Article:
DEPUTY PRIME MINISTER:

We can talk about exactly all the programs we're rolling forward now. I just mentioned before that at Jubulum, near the Aboriginal community, just across the Clarence River, just past Tabulum, we are bringing in jobs. We are bringing jobs into the blueberry industry. Just south of here at Woolgoolga with the Sikh community at Oz Berries, we’re bringing in jobs, we're driving the agenda forward. With the work we're doing in tourism we're bringing in jobs, we’re driving the area forward. Might I remind you that our unemployment rate across the nation is 5.7%, so we're actually driving unemployment down.

When you say there is a problem, that's exactly why we have a package. That's exactly why we're in the Northern Rivers because in those areas where we say we can do more, that's where we're doing it. So this is the proactive engagement in the areas where we see the issue and this is us addressing it. It is not haphazard. It is part of a plan. But we have optimism. That's why we upgrade the road between Woodenbong and Legume between because down that road comes 430,000 head of stock. To go to the Casino Meatworks where people have jobs, where they're expanding employment. That's the sort of plan that actually drives the economy forward, gives great opportunities to people and gives them jobs.

PRIME MINISTER:

Can I just add one thing to that, I agree with everything Barnaby said, but there is a very important element that we've got to recognise. The best way to support youth employment is to have a strong economy. If businesses are expanding, if they're growing, if there is confidence, if there is more investment, then businesses will hire more people and they will hire more young people. So an absolutely critical element is a strong economy.

That's why everything we are doing is focused on strong economic growth and more jobs. Now we also do have a youth employment package, which Scott Morrison announced in the budget, the PaTH program, - Prepare, Trial and Hire - and as you know, that is going to cater for 120,000 young people under 25 over the next 4 years. The aim for that is of course to get them job ready, get them into internships, there will be incentives to do that and then on to employment. Now that is a new, it's an innovative youth employment program. It's been welcomed right across the board by everyone - except the Labor Party and the trade unions - but ACOSS, all of the various lobbies, business lobbies, all of those groups have welcomed it. That's another element in what we're doing, but the single most important thing, believe me, is a strong economy.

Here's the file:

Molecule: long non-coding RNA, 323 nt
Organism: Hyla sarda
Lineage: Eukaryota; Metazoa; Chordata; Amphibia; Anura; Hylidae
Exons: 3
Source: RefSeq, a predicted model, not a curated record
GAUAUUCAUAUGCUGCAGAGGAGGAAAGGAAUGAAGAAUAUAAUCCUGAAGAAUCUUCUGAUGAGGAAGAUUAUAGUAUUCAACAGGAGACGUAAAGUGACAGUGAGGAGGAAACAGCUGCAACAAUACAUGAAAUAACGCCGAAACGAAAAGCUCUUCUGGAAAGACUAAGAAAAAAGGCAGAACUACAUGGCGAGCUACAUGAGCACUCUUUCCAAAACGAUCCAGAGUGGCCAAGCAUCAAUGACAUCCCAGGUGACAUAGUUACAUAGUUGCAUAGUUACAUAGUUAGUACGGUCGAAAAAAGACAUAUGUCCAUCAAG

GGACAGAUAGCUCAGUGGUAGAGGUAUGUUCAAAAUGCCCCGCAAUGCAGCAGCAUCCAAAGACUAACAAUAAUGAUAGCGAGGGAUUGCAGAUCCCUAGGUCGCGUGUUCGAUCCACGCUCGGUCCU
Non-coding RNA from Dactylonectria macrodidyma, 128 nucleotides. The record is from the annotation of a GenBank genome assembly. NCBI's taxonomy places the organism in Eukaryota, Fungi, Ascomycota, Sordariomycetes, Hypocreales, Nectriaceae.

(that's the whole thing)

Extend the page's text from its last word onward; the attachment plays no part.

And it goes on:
You know that, if companies are growing, if they're hiring, they will take on new people and they will take on some young people as well.

JOURNALIST:

[inaudible] are you feeling threatened by Janelle Saffin?

PRIME MINISTER:

Every seat is critical including the seat of Page. But I just want to remind you of this; every federal election is close, number one.

Number two, this is going to be a very close election. Every seat matters, every vote matters. I say to every Australian - and many Australians have already voted and many more Australians will vote between now and July 2 - that every vote counts and they should treat their vote, regardless of what seat they are in, as though it was the vote, the single vote that decides the next government. Every vote counts.

JOURNALIST:

Prime Minister, will Sheik Shadi be blacklisted from future government events and do you think this shows there are problems within some parts of the Muslim community with homophobia?

PRIME MINISTER:

Look Homophobia is to be condemned anywhere, number one. We are a broad, diverse country and we respect the right of gay Australians, we respect the right of the LGBTI community and the right for them to lead their lives and gather together in peace and harmony. The massacre in Orlando, that shocking assault on the people in the gay nightclub is a shocking reminder frankly, of how much hate and intolerance there is in the world and how important it is for us to stand up for the mutual respect that I spoke about earlier. That is the very foundation of our society.

So I condemn, I deplore homophobia wherever it is to be found. It is not acceptable from a legal point of view in Australia, as you know and I'm sure that, well I know, that the Sheik has been encouraged to reflect very deeply on his remarks which were of some years ago and it's up to him how he restates or reconsiders his position.

But it is vitally important, I say this to everybody, it is vitally important for Australian leaders, whether they're political leaders or religious leaders, to recognise that at the foundation of our success is mutual respect and as I said last night, at the core of that mutual respect is love. Love for our fellow humanity. That is when we are closest to God. The most Godly thing is love and that is the foundation of that mutual respect, a love for our fellow man and woman.